New spellcasting mechanic: the Mana Check

By default, D&D uses Vancian magic, and has done since its earliest days, more or less. Vancian magic is where spells are prepared in advance and can only be used a finite number of times. It is sometimes known as ‘fire and forget’ magic, or, more disparagingly, as ‘utility belt’ magic. The term ‘Vancian’ comes … Continue reading New spellcasting mechanic: the Mana Check

Hack the game: improved skills in 5e

D&D is more popular than it has ever been. Part of the reason for this is fifth edition itself, which in many ways streamlined the game without losing the flavour that made it ‘feel’ like D&D. I am generally very happy with the changes 5th edition made to the game but feel that skill checks … Continue reading Hack the game: improved skills in 5e

Far Cry in D&D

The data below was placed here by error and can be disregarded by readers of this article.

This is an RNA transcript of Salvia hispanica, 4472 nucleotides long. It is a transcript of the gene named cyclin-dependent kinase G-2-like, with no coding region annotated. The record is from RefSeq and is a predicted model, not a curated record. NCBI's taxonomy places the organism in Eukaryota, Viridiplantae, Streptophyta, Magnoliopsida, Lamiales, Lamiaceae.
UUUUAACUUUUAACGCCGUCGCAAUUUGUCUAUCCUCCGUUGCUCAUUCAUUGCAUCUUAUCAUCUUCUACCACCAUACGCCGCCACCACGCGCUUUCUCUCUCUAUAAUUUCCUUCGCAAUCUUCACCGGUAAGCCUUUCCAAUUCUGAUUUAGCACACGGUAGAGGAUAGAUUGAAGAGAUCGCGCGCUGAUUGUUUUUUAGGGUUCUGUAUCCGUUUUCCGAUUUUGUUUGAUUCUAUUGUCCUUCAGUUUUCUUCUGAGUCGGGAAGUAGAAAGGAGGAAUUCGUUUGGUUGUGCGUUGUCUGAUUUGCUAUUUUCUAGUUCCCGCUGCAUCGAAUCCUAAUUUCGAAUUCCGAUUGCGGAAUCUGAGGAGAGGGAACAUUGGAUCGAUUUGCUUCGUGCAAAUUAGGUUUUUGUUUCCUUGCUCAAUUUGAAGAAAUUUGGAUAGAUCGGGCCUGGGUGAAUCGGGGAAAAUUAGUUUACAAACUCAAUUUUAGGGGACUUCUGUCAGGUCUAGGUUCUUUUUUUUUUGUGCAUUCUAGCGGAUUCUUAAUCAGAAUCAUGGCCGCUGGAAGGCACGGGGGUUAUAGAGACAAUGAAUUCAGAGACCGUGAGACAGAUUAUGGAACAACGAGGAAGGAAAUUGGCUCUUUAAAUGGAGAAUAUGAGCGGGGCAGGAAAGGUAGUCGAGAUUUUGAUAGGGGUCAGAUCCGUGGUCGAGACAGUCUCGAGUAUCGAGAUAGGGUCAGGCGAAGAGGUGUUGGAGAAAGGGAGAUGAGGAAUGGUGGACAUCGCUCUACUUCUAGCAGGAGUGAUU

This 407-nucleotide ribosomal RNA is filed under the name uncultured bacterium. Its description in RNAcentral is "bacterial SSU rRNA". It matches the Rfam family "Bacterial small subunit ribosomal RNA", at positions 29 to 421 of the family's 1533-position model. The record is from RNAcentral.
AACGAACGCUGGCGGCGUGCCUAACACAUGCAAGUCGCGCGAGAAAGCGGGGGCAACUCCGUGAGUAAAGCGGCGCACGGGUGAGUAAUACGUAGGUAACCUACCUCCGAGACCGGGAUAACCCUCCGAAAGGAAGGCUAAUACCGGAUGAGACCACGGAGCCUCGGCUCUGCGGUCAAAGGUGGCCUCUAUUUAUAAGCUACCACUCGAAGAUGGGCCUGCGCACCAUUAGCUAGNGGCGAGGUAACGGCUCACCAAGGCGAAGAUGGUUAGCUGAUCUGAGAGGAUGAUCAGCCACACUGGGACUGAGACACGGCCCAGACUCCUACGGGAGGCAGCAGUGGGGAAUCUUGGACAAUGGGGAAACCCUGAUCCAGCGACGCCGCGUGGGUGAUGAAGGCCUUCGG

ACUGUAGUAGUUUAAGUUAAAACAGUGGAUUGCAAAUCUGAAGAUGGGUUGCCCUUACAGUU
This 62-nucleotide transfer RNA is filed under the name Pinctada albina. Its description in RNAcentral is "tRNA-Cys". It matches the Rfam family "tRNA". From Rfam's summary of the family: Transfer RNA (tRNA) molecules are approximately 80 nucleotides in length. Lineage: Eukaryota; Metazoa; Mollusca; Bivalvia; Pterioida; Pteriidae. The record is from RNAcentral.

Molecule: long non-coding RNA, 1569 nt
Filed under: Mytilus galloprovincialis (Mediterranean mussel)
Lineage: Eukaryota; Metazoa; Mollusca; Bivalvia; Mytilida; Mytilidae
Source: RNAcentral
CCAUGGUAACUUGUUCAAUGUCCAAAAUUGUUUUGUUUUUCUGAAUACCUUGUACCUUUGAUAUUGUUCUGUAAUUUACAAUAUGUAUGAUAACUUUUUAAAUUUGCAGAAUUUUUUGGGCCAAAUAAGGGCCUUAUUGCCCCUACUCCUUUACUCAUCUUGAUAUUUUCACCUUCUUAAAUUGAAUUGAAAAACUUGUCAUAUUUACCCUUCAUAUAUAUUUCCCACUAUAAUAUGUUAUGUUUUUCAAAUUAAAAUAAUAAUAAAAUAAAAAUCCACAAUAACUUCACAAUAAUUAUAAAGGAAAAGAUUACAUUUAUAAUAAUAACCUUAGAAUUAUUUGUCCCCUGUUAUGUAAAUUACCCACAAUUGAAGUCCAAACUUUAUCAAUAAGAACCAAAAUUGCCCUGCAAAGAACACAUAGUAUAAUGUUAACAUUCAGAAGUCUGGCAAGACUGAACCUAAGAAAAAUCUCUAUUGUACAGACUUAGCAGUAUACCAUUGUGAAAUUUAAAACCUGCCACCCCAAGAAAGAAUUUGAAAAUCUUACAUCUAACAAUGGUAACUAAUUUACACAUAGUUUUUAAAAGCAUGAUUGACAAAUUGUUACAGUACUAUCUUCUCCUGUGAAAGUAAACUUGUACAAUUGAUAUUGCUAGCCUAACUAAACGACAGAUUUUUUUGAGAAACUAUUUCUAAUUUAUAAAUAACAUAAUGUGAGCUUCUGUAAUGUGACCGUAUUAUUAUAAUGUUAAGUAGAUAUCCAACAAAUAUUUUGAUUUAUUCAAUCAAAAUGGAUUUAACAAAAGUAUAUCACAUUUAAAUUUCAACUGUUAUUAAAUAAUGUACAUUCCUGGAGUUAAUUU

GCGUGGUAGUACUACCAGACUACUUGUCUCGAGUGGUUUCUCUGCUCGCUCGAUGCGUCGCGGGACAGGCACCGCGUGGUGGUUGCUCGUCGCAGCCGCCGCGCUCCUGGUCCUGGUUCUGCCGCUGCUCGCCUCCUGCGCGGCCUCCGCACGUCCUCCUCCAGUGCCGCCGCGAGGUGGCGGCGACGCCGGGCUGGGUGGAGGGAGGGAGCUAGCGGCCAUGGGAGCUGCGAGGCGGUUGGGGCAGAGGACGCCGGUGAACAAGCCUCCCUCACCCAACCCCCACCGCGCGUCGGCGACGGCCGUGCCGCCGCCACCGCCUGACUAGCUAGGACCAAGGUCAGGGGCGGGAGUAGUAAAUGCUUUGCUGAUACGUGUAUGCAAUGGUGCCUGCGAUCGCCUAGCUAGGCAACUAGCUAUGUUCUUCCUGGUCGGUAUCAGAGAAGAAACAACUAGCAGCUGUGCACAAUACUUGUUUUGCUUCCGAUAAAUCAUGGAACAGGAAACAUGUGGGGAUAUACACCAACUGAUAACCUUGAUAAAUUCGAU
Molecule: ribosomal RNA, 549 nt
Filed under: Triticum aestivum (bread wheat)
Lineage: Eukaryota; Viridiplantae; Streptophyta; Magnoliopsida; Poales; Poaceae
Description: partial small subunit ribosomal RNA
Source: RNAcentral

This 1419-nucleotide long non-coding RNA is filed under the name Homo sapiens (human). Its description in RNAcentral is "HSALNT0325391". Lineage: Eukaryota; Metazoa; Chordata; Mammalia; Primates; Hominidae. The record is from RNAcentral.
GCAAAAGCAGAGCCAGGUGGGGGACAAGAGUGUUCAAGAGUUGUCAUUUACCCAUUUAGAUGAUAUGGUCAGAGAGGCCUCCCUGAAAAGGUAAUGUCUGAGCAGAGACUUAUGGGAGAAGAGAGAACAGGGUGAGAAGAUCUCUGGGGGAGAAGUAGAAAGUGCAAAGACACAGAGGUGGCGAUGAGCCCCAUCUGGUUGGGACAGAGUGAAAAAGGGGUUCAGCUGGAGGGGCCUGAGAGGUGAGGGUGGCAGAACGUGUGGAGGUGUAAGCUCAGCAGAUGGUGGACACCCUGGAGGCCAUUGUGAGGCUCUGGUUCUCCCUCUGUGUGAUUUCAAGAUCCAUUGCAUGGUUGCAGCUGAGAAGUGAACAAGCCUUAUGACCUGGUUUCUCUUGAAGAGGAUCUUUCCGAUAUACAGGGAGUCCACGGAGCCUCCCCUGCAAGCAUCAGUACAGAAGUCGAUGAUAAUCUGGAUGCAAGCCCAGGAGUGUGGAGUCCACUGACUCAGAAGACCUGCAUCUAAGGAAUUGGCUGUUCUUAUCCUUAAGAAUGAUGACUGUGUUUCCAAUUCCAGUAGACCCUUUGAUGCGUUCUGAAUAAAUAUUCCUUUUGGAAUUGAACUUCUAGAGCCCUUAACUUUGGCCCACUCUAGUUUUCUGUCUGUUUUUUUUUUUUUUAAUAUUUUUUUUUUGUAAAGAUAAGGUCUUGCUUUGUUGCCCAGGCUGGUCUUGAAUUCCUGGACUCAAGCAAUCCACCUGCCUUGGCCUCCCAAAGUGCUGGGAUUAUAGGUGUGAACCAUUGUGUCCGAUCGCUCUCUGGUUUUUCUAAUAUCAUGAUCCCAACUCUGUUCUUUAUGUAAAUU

Ubisoft I have recently been playing through some of the Far Cry games, and it occurred to me that much of what makes the series distinctive could also be fun in a D&D campaign. On the face of it, this might be surprising. The Far Cry games are first-person shooters: D&D is a collaborative fantasy … Continue reading Far Cry in D&D

Review: the Cypher System in Play

Monte Cook Games Yesterday evening, my friends and I played a Cypher System one-shot. None of us had played the Cypher System (or Numenera) before, although all five of us have experience of roleplaying games generally. Two days previously, we had agreed to try a post-apocalyptic genre: dystopian London in the near future, with a … Continue reading Review: the Cypher System in Play